By Workforce Editors
Sep. 7, 2011
Two decades ago when the first Optimas Award winners were named, human resources professionals largely operated within a corporate straitjacket of policies and rules. Few employees worked at a computer or communicated by e-mail. The term “outsourcing” wasn’t part of the vocabulary, and the cell phone was all but a curiosity the size of a brick.
The magazine was then called Personnel Journal.
Over the years, HR has undergone seismic changes. Dave Ulrich, HR guru and professor of business administration at the University of Michigan, says the most significant change in HR since the early 1990s has been the shift from focusing on administrative policy to aligning compensation, employee communication, recruitment and training with business strategy.
“The expectations on HR professionals have gone up dramatically,” Urlich says. Today, large companies are concerned with “competing in emerging markets, managing innovation, creating transformation of culture, bonding with key customers” and motivating employees to contribute to the organization rather than just go through the motions.
Those are the concerns of all 10 of this year’s Optimas winners whether in Bangalore, India, or Birmingham, Alabama. All have earned distinction because of their ability to tackle challenges with flexibility and ingenuity. There are two overarching themes among the winners in this volatile global economy: how to do more with less and how to find, develop and retain talent.
Since 1991, Workforce Management has given out 199 Optimas Awards. That list includes AT&T, which won the General Excellence Award in 1994 just before a major reorganization virtually transformed the organization into a new company (See “Where the Winners Are Now,” September 2010, p. 30). Other previous winners include Hewlett-Packard Co., FedEx Corp. and Google Inc.
Several government agencies also were clear standouts in managing people, including the National Imagery and Mapping Agency (now known as the National Geospatial-Intelligence Agency) and last year’s winner for General Excellence, the U.S. Navy. The Navy won again this year in the Service category for its Navy for Moms program.
The General Excellence award is given to the organization whose workforce management initiatives have met the standards established for at least six of the other nine categories. Tata Consultancy Services won the award for its ability to recruit and train a huge number of employees and align its strategy with ever-changing business demands.
The Competitive Advantage award is given to the organization that has developed a program to help forge or maintain a winning edge over the competition. Infosys Technologies won the award for meeting a daunting recruitment goal—making 19,000 job offers in 19 weeks to students at top engineering schools in 19 states throughout India.
The Financial Impact award is given to the organization that has designed a program to produce changes that result in cost savings or increased revenue. Ultimate Software won the award for its internship program that helped it attract top talent, increase revenue and reduce turnover costs.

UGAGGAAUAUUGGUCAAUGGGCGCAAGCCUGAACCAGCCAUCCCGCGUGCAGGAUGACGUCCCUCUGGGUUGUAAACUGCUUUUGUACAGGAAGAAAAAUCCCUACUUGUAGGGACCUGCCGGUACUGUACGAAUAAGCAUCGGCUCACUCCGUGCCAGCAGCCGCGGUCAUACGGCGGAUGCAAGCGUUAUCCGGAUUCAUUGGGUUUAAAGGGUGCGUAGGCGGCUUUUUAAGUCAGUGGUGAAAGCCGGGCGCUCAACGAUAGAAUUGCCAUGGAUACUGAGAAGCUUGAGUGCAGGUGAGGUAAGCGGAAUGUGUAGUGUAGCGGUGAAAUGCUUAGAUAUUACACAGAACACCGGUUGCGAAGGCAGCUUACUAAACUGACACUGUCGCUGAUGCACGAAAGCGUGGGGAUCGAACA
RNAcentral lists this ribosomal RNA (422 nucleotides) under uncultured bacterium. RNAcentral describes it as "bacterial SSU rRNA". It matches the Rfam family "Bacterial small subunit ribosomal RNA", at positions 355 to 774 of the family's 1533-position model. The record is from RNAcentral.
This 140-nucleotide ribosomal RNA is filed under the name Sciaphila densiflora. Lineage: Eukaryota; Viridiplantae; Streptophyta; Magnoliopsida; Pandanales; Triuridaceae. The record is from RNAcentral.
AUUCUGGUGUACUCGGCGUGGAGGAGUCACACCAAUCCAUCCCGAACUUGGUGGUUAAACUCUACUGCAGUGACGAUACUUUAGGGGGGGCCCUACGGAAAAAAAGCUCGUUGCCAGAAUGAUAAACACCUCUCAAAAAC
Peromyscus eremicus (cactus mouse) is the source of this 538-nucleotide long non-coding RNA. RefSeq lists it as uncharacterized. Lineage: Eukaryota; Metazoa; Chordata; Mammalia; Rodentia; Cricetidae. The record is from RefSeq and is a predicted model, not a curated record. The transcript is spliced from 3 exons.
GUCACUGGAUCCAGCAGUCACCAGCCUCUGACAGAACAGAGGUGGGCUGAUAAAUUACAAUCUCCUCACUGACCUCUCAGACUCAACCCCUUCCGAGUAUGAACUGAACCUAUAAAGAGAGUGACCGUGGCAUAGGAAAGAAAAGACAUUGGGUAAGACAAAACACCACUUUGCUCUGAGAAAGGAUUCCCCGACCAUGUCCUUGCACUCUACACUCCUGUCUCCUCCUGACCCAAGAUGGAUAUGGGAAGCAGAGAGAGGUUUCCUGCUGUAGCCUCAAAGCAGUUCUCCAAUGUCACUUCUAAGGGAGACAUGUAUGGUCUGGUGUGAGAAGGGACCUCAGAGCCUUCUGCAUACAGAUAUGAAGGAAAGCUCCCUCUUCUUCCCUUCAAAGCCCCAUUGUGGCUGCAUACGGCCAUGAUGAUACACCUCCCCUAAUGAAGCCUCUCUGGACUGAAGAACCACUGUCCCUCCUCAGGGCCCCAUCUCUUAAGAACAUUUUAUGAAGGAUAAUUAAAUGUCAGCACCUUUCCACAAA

The Global Outlook award is given to the company that has created a program or strategy to help the organization succeed in the world marketplace. IBM Corp. won the award for its career development and learning initiative that reaches employees in most of the 170 countries where the company operates.
The Innovation award is given to the organization that has developed an innovative workforce management strategy that addresses a fundamental business issue. GameStop Inc. won the award for its original approach to teaching its workforce about the importance of selecting medical benefits.
The Managing Change award is given to the organization that has successfully developed a program in response to the changing business environment. OppenheimerFunds Inc. won for swiftly responding to the economic downturn, restoring customer confidence and increasing employee skills with a new corporate model.
The Partnership award is given to the company whose workforce management leadership has developed a program with another party, either within the organization or outside of it. Protective Life Corp. won the award for working with Virgin HealthMiles to create an engaging wellness strategy for Protective Life’s employees.
The Service award is given to the organization whose workforce management leaders have created an initiative to help another constituency within the organization meet its business goals. The U.S. Navy won for an outreach program to mothers to help recruiters meet their enlistment goals.
The Vision award is given to the organization that has anticipated internal and/or external trends that will affect the organization and has responded proactively. Planned Cos. won the award for its commitment to career training in a high-turnover industry.
The Corporate Citizenship award is given to the organization whose corporate citizenship programs are linked to its employee recruiting, retention and engagement goals. Microsoft Corp. won the award for exposing senior leadership to other cultures and instilling a deeper commitment to corporate citizenship.
Workforce Management, December 2010, p. 18-28 — Subscribe Now!
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